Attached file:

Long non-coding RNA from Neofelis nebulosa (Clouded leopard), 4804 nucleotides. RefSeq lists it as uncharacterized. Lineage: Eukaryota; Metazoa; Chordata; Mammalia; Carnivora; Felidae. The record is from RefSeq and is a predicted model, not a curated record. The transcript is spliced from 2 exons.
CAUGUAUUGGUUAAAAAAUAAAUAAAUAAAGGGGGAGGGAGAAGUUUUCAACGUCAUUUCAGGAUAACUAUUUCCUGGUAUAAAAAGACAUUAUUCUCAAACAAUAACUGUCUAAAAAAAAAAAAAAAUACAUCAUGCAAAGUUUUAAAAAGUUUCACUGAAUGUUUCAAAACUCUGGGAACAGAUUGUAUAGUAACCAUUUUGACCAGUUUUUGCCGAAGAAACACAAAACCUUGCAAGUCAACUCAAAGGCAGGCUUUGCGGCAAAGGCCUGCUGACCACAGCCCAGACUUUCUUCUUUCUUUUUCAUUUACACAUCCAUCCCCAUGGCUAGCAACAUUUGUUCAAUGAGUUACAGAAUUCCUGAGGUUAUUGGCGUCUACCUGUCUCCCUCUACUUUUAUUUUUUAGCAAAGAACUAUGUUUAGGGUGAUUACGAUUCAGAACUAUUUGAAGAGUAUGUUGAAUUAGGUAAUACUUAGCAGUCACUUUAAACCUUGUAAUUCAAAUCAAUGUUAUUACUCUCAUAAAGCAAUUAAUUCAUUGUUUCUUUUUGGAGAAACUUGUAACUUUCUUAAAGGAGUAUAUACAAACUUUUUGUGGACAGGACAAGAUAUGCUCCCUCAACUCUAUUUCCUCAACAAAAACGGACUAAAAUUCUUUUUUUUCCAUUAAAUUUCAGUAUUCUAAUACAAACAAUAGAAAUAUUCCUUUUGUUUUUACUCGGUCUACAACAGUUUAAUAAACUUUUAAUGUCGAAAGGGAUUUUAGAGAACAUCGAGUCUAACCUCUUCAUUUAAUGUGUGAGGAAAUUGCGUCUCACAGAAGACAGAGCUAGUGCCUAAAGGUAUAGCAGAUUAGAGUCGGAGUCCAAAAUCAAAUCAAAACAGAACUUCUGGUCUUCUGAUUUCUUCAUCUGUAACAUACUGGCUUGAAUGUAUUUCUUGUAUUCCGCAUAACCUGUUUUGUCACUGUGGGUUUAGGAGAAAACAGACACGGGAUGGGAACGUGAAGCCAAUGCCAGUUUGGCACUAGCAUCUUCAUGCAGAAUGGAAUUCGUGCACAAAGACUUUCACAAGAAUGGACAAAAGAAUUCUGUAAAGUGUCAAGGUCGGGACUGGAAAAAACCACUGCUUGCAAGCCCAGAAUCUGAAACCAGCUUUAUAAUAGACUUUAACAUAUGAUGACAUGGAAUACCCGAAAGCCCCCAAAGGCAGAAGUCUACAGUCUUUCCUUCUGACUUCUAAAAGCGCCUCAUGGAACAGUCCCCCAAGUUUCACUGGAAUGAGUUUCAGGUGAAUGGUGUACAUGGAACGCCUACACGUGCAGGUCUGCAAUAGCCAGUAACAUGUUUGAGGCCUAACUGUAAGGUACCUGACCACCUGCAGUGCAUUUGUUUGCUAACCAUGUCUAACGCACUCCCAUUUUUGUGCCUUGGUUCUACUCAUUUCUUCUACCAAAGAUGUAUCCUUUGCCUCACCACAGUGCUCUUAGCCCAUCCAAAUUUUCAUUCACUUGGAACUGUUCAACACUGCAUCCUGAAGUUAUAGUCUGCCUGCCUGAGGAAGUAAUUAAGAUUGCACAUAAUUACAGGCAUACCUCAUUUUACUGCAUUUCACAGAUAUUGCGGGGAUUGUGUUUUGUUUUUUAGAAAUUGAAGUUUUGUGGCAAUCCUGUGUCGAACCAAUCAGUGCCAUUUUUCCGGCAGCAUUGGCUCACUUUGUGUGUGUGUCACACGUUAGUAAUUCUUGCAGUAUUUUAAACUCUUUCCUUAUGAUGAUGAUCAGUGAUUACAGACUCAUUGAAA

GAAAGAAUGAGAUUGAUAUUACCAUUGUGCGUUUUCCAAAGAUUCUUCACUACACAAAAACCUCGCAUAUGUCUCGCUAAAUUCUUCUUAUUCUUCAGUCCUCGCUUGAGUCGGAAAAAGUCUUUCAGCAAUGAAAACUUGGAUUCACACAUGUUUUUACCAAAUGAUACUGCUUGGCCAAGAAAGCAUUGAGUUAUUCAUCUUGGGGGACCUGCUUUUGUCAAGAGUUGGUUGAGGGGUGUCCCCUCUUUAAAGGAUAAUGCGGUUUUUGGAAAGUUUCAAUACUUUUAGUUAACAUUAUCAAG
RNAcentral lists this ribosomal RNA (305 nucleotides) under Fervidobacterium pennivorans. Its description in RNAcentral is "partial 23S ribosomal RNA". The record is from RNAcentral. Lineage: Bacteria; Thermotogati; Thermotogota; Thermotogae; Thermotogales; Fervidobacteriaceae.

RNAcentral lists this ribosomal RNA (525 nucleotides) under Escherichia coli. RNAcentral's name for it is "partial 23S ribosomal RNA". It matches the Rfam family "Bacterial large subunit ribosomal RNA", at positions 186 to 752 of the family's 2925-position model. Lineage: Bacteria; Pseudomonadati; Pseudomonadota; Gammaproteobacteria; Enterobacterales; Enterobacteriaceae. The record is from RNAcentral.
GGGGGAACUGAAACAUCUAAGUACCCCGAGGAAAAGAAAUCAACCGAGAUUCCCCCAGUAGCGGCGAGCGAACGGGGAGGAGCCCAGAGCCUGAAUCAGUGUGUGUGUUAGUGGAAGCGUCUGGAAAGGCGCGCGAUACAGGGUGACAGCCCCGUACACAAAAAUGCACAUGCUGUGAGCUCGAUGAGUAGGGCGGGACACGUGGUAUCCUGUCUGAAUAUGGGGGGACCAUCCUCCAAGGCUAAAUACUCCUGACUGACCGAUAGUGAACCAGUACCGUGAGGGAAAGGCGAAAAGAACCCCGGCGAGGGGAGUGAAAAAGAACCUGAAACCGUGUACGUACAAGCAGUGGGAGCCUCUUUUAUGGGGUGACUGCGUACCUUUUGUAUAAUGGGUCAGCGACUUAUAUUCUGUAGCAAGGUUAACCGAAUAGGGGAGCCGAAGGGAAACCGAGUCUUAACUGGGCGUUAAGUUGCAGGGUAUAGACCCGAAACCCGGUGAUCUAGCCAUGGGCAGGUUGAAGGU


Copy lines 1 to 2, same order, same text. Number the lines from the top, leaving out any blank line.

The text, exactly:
Long non-coding RNA from Neofelis nebulosa (Clouded leopard), 4804 nucleotides. RefSeq lists it as uncharacterized. Lineage: Eukaryota; Metazoa; Chordata; Mammalia; Carnivora; Felidae. The record is from RefSeq and is a predicted model, not a curated record. The transcript is spliced from 2 exons.
CAUGUAUUGGUUAAAAAAUAAAUAAAUAAAGGGGGAGGGAGAAGUUUUCAACGUCAUUUCAGGAUAACUAUUUCCUGGUAUAAAAAGACAUUAUUCUCAAACAAUAACUGUCUAAAAAAAAAAAAAAAUACAUCAUGCAAAGUUUUAAAAAGUUUCACUGAAUGUUUCAAAACUCUGGGAACAGAUUGUAUAGUAACCAUUUUGACCAGUUUUUGCCGAAGAAACACAAAACCUUGCAAGUCAACUCAAAGGCAGGCUUUGCGGCAAAGGCCUGCUGACCACAGCCCAGACUUUCUUCUUUCUUUUUCAUUUACACAUCCAUCCCCAUGGCUAGCAACAUUUGUUCAAUGAGUUACAGAAUUCCUGAGGUUAUUGGCGUCUACCUGUCUCCCUCUACUUUUAUUUUUUAGCAAAGAACUAUGUUUAGGGUGAUUACGAUUCAGAACUAUUUGAAGAGUAUGUUGAAUUAGGUAAUACUUAGCAGUCACUUUAAACCUUGUAAUUCAAAUCAAUGUUAUUACUCUCAUAAAGCAAUUAAUUCAUUGUUUCUUUUUGGAGAAACUUGUAACUUUCUUAAAGGAGUAUAUACAAACUUUUUGUGGACAGGACAAGAUAUGCUCCCUCAACUCUAUUUCCUCAACAAAAACGGACUAAAAUUCUUUUUUUUCCAUUAAAUUUCAGUAUUCUAAUACAAACAAUAGAAAUAUUCCUUUUGUUUUUACUCGGUCUACAACAGUUUAAUAAACUUUUAAUGUCGAAAGGGAUUUUAGAGAACAUCGAGUCUAACCUCUUCAUUUAAUGUGUGAGGAAAUUGCGUCUCACAGAAGACAGAGCUAGUGCCUAAAGGUAUAGCAGAUUAGAGUCGGAGUCCAAAAUCAAAUCAAAACAGAACUUCUGGUCUUCUGAUUUCUUCAUCUGUAACAUACUGGCUUGAAUGUAUUUCUUGUAUUCCGCAUAACCUGUUUUGUCACUGUGGGUUUAGGAGAAAACAGACACGGGAUGGGAACGUGAAGCCAAUGCCAGUUUGGCACUAGCAUCUUCAUGCAGAAUGGAAUUCGUGCACAAAGACUUUCACAAGAAUGGACAAAAGAAUUCUGUAAAGUGUCAAGGUCGGGACUGGAAAAAACCACUGCUUGCAAGCCCAGAAUCUGAAACCAGCUUUAUAAUAGACUUUAACAUAUGAUGACAUGGAAUACCCGAAAGCCCCCAAAGGCAGAAGUCUACAGUCUUUCCUUCUGACUUCUAAAAGCGCCUCAUGGAACAGUCCCCCAAGUUUCACUGGAAUGAGUUUCAGGUGAAUGGUGUACAUGGAACGCCUACACGUGCAGGUCUGCAAUAGCCAGUAACAUGUUUGAGGCCUAACUGUAAGGUACCUGACCACCUGCAGUGCAUUUGUUUGCUAACCAUGUCUAACGCACUCCCAUUUUUGUGCCUUGGUUCUACUCAUUUCUUCUACCAAAGAUGUAUCCUUUGCCUCACCACAGUGCUCUUAGCCCAUCCAAAUUUUCAUUCACUUGGAACUGUUCAACACUGCAUCCUGAAGUUAUAGUCUGCCUGCCUGAGGAAGUAAUUAAGAUUGCACAUAAUUACAGGCAUACCUCAUUUUACUGCAUUUCACAGAUAUUGCGGGGAUUGUGUUUUGUUUUUUAGAAAUUGAAGUUUUGUGGCAAUCCUGUGUCGAACCAAUCAGUGCCAUUUUUCCGGCAGCAUUGGCUCACUUUGUGUGUGUGUCACACGUUAGUAAUUCUUGCAGUAUUUUAAACUCUUUCCUUAUGAUGAUGAUCAGUGAUUACAGACUCAUUGAAA